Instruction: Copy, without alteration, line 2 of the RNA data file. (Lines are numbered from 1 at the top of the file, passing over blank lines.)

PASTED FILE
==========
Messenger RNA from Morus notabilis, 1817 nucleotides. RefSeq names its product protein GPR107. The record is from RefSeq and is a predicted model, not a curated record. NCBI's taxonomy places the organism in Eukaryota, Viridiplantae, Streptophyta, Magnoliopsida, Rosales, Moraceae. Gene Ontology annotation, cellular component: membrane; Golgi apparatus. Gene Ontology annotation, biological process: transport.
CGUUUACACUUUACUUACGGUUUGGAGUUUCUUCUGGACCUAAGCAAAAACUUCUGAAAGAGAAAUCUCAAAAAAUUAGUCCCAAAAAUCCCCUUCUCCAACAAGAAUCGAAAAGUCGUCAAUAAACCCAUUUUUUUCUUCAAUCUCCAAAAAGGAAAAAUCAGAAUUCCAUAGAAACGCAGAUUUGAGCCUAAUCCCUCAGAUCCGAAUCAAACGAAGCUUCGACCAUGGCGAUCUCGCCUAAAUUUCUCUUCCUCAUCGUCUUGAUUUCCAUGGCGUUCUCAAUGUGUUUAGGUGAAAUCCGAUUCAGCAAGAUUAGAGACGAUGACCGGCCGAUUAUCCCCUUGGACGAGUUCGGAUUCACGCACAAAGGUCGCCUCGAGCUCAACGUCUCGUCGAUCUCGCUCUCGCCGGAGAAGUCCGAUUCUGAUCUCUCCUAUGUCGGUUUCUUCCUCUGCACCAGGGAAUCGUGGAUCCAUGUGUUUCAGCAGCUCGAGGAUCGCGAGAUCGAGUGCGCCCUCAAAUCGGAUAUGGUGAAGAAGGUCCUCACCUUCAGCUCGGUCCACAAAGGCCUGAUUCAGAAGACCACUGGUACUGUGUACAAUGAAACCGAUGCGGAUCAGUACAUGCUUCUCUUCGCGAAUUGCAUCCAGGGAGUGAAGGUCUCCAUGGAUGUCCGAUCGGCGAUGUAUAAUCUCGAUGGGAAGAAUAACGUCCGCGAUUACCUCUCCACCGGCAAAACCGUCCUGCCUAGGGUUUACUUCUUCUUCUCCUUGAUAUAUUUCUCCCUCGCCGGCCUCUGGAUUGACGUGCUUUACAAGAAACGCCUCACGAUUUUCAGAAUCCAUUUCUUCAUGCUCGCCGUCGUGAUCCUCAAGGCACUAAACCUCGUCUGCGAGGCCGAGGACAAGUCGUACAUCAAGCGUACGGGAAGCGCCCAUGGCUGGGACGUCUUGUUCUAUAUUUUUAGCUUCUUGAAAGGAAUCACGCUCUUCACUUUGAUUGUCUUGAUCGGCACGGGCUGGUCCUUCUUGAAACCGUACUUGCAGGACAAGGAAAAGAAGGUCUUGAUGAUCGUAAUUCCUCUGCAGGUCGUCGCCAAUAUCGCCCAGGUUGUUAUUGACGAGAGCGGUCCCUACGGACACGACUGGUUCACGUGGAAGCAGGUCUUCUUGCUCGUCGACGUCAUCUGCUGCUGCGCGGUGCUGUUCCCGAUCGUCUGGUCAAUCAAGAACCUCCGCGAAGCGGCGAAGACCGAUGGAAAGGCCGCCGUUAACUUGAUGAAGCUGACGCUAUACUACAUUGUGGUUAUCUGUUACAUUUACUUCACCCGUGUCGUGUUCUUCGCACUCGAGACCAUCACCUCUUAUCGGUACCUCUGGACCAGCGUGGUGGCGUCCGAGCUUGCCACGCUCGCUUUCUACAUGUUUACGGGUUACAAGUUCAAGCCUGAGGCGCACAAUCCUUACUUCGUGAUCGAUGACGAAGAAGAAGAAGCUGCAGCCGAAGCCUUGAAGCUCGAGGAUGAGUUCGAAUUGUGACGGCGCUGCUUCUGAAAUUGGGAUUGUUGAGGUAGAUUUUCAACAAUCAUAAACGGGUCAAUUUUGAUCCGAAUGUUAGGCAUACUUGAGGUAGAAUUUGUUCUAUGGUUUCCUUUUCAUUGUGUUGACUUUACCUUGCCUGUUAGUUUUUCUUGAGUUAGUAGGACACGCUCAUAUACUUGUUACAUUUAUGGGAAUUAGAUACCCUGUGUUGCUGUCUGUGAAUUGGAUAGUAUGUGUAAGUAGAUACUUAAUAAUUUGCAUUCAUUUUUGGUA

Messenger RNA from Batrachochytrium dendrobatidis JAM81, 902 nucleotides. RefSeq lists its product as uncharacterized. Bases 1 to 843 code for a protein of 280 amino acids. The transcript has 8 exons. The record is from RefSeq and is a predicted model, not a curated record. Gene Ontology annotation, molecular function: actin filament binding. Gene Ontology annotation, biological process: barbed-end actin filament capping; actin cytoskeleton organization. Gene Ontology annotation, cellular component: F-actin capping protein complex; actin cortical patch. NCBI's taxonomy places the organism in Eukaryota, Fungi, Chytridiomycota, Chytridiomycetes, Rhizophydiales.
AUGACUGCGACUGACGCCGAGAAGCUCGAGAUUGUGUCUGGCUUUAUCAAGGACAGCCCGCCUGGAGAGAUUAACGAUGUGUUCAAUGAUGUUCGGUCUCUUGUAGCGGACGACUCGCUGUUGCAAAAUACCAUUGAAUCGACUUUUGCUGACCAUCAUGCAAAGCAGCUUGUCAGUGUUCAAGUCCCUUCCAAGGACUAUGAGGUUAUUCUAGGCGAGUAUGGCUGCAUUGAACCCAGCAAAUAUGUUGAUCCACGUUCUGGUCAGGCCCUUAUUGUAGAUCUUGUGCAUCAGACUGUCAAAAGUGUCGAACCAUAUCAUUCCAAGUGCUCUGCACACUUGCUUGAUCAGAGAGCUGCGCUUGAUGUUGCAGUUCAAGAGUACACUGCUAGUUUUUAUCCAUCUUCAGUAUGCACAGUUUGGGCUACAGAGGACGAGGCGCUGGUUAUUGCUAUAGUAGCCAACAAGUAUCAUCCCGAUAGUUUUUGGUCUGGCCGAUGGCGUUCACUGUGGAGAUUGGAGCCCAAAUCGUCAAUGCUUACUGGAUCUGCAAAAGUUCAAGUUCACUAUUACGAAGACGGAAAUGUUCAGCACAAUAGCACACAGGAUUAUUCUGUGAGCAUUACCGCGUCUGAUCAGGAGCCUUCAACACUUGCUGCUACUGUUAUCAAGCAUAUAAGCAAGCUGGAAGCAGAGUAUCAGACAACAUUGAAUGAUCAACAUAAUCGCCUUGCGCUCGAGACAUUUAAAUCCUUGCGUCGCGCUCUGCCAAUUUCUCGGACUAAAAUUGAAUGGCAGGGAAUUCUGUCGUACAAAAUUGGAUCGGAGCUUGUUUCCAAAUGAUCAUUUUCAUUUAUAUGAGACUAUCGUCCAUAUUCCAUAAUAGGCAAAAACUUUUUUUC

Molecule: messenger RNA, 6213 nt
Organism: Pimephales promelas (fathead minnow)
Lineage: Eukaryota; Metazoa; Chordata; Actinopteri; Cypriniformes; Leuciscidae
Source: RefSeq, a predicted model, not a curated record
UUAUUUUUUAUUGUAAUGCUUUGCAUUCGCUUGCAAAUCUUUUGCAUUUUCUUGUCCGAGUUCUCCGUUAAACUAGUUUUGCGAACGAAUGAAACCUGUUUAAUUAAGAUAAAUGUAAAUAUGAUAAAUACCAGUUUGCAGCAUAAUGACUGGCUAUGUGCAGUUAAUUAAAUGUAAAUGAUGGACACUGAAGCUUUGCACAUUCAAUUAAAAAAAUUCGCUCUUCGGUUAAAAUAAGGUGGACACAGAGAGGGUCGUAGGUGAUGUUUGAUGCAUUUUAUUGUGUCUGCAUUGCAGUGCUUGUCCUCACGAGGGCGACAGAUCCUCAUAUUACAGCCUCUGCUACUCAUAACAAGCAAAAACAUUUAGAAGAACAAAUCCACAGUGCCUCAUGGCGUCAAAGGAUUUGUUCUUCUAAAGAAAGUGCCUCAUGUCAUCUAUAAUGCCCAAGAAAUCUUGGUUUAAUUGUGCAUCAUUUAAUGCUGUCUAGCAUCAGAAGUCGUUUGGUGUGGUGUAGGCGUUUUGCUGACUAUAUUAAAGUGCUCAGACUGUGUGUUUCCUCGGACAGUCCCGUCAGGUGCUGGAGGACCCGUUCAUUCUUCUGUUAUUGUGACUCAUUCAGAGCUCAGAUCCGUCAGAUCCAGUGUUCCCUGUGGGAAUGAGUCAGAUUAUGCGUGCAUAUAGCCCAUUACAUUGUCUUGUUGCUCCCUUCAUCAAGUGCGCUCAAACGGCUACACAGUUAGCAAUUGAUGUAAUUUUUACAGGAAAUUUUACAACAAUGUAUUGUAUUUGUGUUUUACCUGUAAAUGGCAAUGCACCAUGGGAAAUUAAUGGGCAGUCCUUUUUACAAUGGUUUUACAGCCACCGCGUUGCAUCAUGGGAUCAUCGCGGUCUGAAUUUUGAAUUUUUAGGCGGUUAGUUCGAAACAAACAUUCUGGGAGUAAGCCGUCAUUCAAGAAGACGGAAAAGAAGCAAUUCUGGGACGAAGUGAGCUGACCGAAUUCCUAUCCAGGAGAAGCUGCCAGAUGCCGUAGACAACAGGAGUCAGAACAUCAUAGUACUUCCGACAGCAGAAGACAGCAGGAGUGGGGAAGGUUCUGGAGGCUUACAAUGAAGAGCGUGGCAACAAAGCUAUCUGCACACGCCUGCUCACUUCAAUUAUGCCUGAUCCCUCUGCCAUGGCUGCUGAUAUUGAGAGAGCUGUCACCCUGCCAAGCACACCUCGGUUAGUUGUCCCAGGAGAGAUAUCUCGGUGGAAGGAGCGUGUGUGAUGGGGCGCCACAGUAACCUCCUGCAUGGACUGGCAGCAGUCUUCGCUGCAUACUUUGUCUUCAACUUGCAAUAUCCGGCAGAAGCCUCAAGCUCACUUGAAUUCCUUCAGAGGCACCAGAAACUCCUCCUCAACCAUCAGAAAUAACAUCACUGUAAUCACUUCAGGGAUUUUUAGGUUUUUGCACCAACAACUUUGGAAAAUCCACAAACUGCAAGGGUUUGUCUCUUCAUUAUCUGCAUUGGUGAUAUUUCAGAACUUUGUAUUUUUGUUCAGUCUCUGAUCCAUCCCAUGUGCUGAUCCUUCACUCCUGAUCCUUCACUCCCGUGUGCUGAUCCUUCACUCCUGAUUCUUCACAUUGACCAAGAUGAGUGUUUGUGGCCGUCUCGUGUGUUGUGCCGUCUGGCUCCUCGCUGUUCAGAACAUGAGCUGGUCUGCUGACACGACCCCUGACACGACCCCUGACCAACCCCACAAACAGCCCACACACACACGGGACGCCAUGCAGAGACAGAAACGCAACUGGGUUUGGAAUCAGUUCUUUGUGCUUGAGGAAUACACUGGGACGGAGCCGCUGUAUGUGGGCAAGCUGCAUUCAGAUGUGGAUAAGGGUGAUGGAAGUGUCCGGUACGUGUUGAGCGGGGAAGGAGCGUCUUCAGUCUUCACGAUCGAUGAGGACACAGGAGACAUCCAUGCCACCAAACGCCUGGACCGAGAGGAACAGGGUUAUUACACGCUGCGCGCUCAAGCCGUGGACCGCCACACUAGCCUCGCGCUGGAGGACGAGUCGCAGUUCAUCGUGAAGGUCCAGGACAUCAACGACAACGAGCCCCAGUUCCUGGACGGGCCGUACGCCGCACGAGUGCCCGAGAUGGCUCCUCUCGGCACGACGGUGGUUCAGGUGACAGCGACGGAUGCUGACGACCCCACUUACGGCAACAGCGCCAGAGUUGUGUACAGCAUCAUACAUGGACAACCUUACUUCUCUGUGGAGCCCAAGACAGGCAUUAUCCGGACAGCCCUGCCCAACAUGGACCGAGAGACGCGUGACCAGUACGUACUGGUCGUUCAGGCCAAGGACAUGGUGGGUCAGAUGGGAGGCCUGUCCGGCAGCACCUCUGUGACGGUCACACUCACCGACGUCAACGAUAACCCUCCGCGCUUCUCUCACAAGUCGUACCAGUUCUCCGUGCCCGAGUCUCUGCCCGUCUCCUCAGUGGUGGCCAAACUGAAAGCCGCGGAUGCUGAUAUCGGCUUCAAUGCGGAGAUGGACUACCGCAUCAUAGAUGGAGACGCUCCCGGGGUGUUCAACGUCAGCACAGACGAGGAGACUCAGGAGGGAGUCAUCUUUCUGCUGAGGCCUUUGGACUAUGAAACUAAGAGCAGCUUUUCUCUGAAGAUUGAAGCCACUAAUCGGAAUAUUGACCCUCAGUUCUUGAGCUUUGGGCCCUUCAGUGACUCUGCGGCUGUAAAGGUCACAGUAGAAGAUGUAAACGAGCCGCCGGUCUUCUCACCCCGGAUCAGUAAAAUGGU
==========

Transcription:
CGUUUACACUUUACUUACGGUUUGGAGUUUCUUCUGGACCUAAGCAAAAACUUCUGAAAGAGAAAUCUCAAAAAAUUAGUCCCAAAAAUCCCCUUCUCCAACAAGAAUCGAAAAGUCGUCAAUAAACCCAUUUUUUUCUUCAAUCUCCAAAAAGGAAAAAUCAGAAUUCCAUAGAAACGCAGAUUUGAGCCUAAUCCCUCAGAUCCGAAUCAAACGAAGCUUCGACCAUGGCGAUCUCGCCUAAAUUUCUCUUCCUCAUCGUCUUGAUUUCCAUGGCGUUCUCAAUGUGUUUAGGUGAAAUCCGAUUCAGCAAGAUUAGAGACGAUGACCGGCCGAUUAUCCCCUUGGACGAGUUCGGAUUCACGCACAAAGGUCGCCUCGAGCUCAACGUCUCGUCGAUCUCGCUCUCGCCGGAGAAGUCCGAUUCUGAUCUCUCCUAUGUCGGUUUCUUCCUCUGCACCAGGGAAUCGUGGAUCCAUGUGUUUCAGCAGCUCGAGGAUCGCGAGAUCGAGUGCGCCCUCAAAUCGGAUAUGGUGAAGAAGGUCCUCACCUUCAGCUCGGUCCACAAAGGCCUGAUUCAGAAGACCACUGGUACUGUGUACAAUGAAACCGAUGCGGAUCAGUACAUGCUUCUCUUCGCGAAUUGCAUCCAGGGAGUGAAGGUCUCCAUGGAUGUCCGAUCGGCGAUGUAUAAUCUCGAUGGGAAGAAUAACGUCCGCGAUUACCUCUCCACCGGCAAAACCGUCCUGCCUAGGGUUUACUUCUUCUUCUCCUUGAUAUAUUUCUCCCUCGCCGGCCUCUGGAUUGACGUGCUUUACAAGAAACGCCUCACGAUUUUCAGAAUCCAUUUCUUCAUGCUCGCCGUCGUGAUCCUCAAGGCACUAAACCUCGUCUGCGAGGCCGAGGACAAGUCGUACAUCAAGCGUACGGGAAGCGCCCAUGGCUGGGACGUCUUGUUCUAUAUUUUUAGCUUCUUGAAAGGAAUCACGCUCUUCACUUUGAUUGUCUUGAUCGGCACGGGCUGGUCCUUCUUGAAACCGUACUUGCAGGACAAGGAAAAGAAGGUCUUGAUGAUCGUAAUUCCUCUGCAGGUCGUCGCCAAUAUCGCCCAGGUUGUUAUUGACGAGAGCGGUCCCUACGGACACGACUGGUUCACGUGGAAGCAGGUCUUCUUGCUCGUCGACGUCAUCUGCUGCUGCGCGGUGCUGUUCCCGAUCGUCUGGUCAAUCAAGAACCUCCGCGAAGCGGCGAAGACCGAUGGAAAGGCCGCCGUUAACUUGAUGAAGCUGACGCUAUACUACAUUGUGGUUAUCUGUUACAUUUACUUCACCCGUGUCGUGUUCUUCGCACUCGAGACCAUCACCUCUUAUCGGUACCUCUGGACCAGCGUGGUGGCGUCCGAGCUUGCCACGCUCGCUUUCUACAUGUUUACGGGUUACAAGUUCAAGCCUGAGGCGCACAAUCCUUACUUCGUGAUCGAUGACGAAGAAGAAGAAGCUGCAGCCGAAGCCUUGAAGCUCGAGGAUGAGUUCGAAUUGUGACGGCGCUGCUUCUGAAAUUGGGAUUGUUGAGGUAGAUUUUCAACAAUCAUAAACGGGUCAAUUUUGAUCCGAAUGUUAGGCAUACUUGAGGUAGAAUUUGUUCUAUGGUUUCCUUUUCAUUGUGUUGACUUUACCUUGCCUGUUAGUUUUUCUUGAGUUAGUAGGACACGCUCAUAUACUUGUUACAUUUAUGGGAAUUAGAUACCCUGUGUUGCUGUCUGUGAAUUGGAUAGUAUGUGUAAGUAGAUACUUAAUAAUUUGCAUUCAUUUUUGGUA